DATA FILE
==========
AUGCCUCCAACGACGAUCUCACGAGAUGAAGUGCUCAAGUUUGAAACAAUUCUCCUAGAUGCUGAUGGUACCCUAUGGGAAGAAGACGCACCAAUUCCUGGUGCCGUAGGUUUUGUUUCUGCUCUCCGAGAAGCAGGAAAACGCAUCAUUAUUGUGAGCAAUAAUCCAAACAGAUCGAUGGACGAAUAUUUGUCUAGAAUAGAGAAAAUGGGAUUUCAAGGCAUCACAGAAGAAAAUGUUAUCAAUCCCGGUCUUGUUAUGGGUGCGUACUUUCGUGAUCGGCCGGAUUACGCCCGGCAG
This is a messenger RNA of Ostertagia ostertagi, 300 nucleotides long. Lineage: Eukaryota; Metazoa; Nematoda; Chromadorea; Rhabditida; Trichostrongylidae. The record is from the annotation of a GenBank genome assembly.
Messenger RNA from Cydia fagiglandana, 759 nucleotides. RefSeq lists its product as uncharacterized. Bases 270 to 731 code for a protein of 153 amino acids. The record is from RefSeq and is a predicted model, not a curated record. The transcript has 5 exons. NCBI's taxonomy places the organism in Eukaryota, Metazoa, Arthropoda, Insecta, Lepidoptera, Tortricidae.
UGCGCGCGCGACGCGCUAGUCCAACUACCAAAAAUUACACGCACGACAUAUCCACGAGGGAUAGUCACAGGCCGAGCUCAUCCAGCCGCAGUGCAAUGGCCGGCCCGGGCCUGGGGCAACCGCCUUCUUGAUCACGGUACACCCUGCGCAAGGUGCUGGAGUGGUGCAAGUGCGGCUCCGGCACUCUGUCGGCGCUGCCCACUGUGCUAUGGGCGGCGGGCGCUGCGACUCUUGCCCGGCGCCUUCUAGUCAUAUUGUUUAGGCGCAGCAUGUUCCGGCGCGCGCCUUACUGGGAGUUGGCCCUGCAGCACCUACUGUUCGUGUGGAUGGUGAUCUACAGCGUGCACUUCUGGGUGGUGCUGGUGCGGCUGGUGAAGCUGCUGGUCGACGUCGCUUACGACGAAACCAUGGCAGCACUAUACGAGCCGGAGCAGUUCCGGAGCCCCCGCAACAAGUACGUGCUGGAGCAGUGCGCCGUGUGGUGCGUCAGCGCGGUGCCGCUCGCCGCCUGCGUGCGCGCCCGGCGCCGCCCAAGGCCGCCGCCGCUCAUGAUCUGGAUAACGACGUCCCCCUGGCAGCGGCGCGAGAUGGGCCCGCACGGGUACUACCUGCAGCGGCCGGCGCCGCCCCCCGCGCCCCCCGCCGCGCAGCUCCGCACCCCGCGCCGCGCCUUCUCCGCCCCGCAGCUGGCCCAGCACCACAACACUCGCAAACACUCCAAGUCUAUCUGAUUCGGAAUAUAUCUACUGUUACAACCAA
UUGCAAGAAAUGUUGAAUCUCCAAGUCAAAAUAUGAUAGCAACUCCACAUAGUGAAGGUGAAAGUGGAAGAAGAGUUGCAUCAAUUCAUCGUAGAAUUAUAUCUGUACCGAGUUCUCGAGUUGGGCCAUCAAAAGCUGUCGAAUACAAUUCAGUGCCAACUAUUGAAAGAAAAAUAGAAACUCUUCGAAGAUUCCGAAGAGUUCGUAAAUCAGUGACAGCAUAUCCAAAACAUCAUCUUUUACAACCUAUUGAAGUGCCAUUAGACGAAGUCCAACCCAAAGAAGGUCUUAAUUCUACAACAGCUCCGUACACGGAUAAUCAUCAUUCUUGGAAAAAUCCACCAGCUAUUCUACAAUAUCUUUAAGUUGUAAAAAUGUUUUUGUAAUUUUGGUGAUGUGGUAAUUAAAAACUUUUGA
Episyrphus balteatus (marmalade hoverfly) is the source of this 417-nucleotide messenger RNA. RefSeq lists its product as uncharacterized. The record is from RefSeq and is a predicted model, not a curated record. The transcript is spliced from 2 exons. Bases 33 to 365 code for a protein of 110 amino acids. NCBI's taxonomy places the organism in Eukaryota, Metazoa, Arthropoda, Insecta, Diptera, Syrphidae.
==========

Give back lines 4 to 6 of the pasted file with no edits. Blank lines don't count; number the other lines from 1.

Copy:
UGCGCGCGCGACGCGCUAGUCCAACUACCAAAAAUUACACGCACGACAUAUCCACGAGGGAUAGUCACAGGCCGAGCUCAUCCAGCCGCAGUGCAAUGGCCGGCCCGGGCCUGGGGCAACCGCCUUCUUGAUCACGGUACACCCUGCGCAAGGUGCUGGAGUGGUGCAAGUGCGGCUCCGGCACUCUGUCGGCGCUGCCCACUGUGCUAUGGGCGGCGGGCGCUGCGACUCUUGCCCGGCGCCUUCUAGUCAUAUUGUUUAGGCGCAGCAUGUUCCGGCGCGCGCCUUACUGGGAGUUGGCCCUGCAGCACCUACUGUUCGUGUGGAUGGUGAUCUACAGCGUGCACUUCUGGGUGGUGCUGGUGCGGCUGGUGAAGCUGCUGGUCGACGUCGCUUACGACGAAACCAUGGCAGCACUAUACGAGCCGGAGCAGUUCCGGAGCCCCCGCAACAAGUACGUGCUGGAGCAGUGCGCCGUGUGGUGCGUCAGCGCGGUGCCGCUCGCCGCCUGCGUGCGCGCCCGGCGCCGCCCAAGGCCGCCGCCGCUCAUGAUCUGGAUAACGACGUCCCCCUGGCAGCGGCGCGAGAUGGGCCCGCACGGGUACUACCUGCAGCGGCCGGCGCCGCCCCCCGCGCCCCCCGCCGCGCAGCUCCGCACCCCGCGCCGCGCCUUCUCCGCCCCGCAGCUGGCCCAGCACCACAACACUCGCAAACACUCCAAGUCUAUCUGAUUCGGAAUAUAUCUACUGUUACAACCAA
UUGCAAGAAAUGUUGAAUCUCCAAGUCAAAAUAUGAUAGCAACUCCACAUAGUGAAGGUGAAAGUGGAAGAAGAGUUGCAUCAAUUCAUCGUAGAAUUAUAUCUGUACCGAGUUCUCGAGUUGGGCCAUCAAAAGCUGUCGAAUACAAUUCAGUGCCAACUAUUGAAAGAAAAAUAGAAACUCUUCGAAGAUUCCGAAGAGUUCGUAAAUCAGUGACAGCAUAUCCAAAACAUCAUCUUUUACAACCUAUUGAAGUGCCAUUAGACGAAGUCCAACCCAAAGAAGGUCUUAAUUCUACAACAGCUCCGUACACGGAUAAUCAUCAUUCUUGGAAAAAUCCACCAGCUAUUCUACAAUAUCUUUAAGUUGUAAAAAUGUUUUUGUAAUUUUGGUGAUGUGGUAAUUAAAAACUUUUGA
Episyrphus balteatus (marmalade hoverfly) is the source of this 417-nucleotide messenger RNA. RefSeq lists its product as uncharacterized. The record is from RefSeq and is a predicted model, not a curated record. The transcript is spliced from 2 exons. Bases 33 to 365 code for a protein of 110 amino acids. NCBI's taxonomy places the organism in Eukaryota, Metazoa, Arthropoda, Insecta, Diptera, Syrphidae.